Aquino needed to assert control over his army and rescue forces, his airports and his presidency 7 days ago. What a mouth, blaming the devastated local authorities. He is now only in the way. His men removed the drugs and money 4 days ago.

    Featured Videos

    Your JavaScript is turned off or you have an old version of Adobe's Flash Player. Get the latest Flash player.
    Turkish Kurd Islamist Rally Stokes Tensionsi
    X
    April 29, 2016 12:28 AM
    In a sign of the rising power of Islamists in Turkey, more than 100,000 people recently gathered in Diyarbakir, the main city in Turkey’s predominantly Kurdish southeast, to mark the birthday of the Prophet Muhammad. The gathering highlighted tensions with the pro-secular Kurdish nationalist movement. Dorian Jones reports from Diyarbakir.
    Video

    Video Turkish Kurd Islamist Rally Stokes Tensions

    In a sign of the rising power of Islamists in Turkey, more than 100,000 people recently gathered in Diyarbakir, the main city in Turkey’s predominantly Kurdish southeast, to mark the birthday of the Prophet Muhammad. The gathering highlighted tensions with the pro-secular Kurdish nationalist movement. Dorian Jones reports from Diyarbakir.
    Video

    Video Pakistani School Helps Slum Kids

    Master Mohammad Ayub runs a makeshift school in a public park in Islamabad. Thousands of poor children have benefited from his services over the years, but, as VOA's Ayesha Tanzeem reports, roughly 25 million school-age youths don't get an education in Pakistan.
    Video

    Video Florida’s Weeki Wachee ‘Mermaids’ Make a Splash

    Since 1947, ‘mermaids’ have fascinated tourists at central Florida’s Weeki Wachee Springs State Park with their fluid movements and synchronized ballet. Performing underwater has its challenges, including cold temperatures and a steady current, as VOA’s Lin Yang and Joseph Mok report.
    Video

    Video Somali, African Union Forces Face Resurgent Al-Shabab

    The Islamic State terror group claimed its first attack in Somalia earlier this week, though the claim has not been verified by forces on the ground. Meanwhile, al-Shabab militants have stepped up their attacks as Somalia prepares for elections later this year. Henry Ridgwell reports there are growing frustrations among Somalia’s Western backers over the country’s slow progress in forming its own armed forces to establish security after 25 years of chaos.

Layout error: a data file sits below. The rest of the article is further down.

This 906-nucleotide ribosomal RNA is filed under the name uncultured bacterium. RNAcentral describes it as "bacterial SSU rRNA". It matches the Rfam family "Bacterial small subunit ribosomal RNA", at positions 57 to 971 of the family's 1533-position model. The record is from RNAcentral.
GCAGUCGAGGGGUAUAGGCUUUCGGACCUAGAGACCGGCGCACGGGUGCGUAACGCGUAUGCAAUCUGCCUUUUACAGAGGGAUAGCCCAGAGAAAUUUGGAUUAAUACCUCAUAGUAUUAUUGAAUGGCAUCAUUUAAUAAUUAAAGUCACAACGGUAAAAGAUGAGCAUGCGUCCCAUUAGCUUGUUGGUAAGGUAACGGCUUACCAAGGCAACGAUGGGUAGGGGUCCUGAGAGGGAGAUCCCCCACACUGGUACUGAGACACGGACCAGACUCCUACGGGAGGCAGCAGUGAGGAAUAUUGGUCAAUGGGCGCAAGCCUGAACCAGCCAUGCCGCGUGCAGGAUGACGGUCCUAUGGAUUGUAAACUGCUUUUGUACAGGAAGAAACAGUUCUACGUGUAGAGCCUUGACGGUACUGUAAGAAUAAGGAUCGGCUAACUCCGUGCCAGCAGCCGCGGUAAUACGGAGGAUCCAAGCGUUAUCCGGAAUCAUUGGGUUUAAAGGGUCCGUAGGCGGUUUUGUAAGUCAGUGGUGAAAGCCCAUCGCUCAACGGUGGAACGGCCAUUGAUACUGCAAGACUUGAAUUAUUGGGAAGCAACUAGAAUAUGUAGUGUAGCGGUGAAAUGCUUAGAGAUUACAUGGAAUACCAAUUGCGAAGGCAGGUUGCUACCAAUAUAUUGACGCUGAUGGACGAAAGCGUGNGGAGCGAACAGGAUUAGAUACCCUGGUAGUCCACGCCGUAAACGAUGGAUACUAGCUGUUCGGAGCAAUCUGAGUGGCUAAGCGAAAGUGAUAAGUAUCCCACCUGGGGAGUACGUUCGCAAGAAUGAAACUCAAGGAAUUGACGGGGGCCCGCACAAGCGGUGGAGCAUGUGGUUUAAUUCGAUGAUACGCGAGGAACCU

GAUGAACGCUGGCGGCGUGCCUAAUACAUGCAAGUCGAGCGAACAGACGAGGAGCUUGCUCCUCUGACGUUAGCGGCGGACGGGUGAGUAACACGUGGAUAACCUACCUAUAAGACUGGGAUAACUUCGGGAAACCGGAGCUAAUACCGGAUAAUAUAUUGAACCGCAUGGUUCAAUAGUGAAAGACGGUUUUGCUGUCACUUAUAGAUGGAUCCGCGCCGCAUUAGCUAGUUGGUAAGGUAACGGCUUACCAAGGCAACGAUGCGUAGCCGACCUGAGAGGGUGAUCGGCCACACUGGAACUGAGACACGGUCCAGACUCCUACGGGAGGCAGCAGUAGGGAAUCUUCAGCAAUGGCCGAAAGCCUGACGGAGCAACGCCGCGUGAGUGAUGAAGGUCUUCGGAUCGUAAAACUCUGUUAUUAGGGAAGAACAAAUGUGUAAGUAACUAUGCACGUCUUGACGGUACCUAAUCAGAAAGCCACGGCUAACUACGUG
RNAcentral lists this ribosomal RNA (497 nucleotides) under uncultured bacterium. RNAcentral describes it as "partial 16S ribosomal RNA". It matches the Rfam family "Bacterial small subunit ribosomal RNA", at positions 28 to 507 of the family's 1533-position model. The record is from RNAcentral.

Video

    Video Bangladesh Targeted Killings Spark Wave of Fear

    People in Bangladesh’s capital are expressing deep concern over the brutal attacks that have killed secular blogger, and most recently a gay rights activist and an employee of the U.S. embassy. Xulhaz Mannan, an embassy protocol officer and the editor of the country’s only gay and transgender magazine Roopban; and his friend Mehboob Rabbi Tanoy, a gay rights activist, were hacked to death by five attackers in Mannan’s Dhaka home earlier this month.
    Video

    Video Documentary Tells Tale of Chernobyl Returnees

    Ukraine this week is marking the 30th anniversary of the world's worst nuclear accident, at the Chernobyl nuclear power plant. Soviet officials at first said little about the accident, but later evacuated a 2,600-square-kilometer "exclusion zone." Some people, though, came back. American directors Holly Morris and Anne Bogart created a documentary about this faithful and brave community. VOA's Tetiana Kharchenko reports from New York on "The Babushkas of Chernobyl." Carol Pearson narrates.
    Video

    Video Nigerians Feel Bite of Buhari Economic Policy

    Despite the global drop in the price of oil, Nigerian President Muhammadu Buhari has refused to allow the country's currency to devalue, leading to a shortage of foreign exchange. Chris Stein reports from Lagos businessmen and consumers are feeling the impact as the country deals with a severe fuel shortage.
    Video

    Video  Return to the Wild

    There’s a growing trend in the United States to let old or underused golf courses revert back to nature. But as Erika Celeste reports from one parcel in Grafton, Ohio, converting 39 hectares of land back to green space is a lot more complicated than just not mowing the fairway.
    Video

    Video West Urges Unity in Libya as Migrant Numbers Soar

    The Italian government says a NATO-led mission aimed at stemming the flow of migrants from Libya to Europe could be up and running by July. There are concerns that the number of migrants could soar as the route through Greece and the Balkans remains blocked. Western powers say the political chaos in Libya is being exploited by people smugglers — and they are pressuring rival groups to come together under the new unity government. VOA's Henry Ridgwell reports.
    Video

    Video Russia’s TV Rain Swims Against Tide in Sea of Kremlin Propaganda

    Russia’s media freedoms have been gradually eroded under President Vladimir Putin as his government has increased state ownership, influence, and restrictions on critical reporting. Television, where most Russians get their news, has been the main target and is now almost completely state controlled. But in the Russian capital, TV Rain stands out as an island in a sea of Kremlin propaganda.

    Special Report

    Adrift The Invisible African Diaspora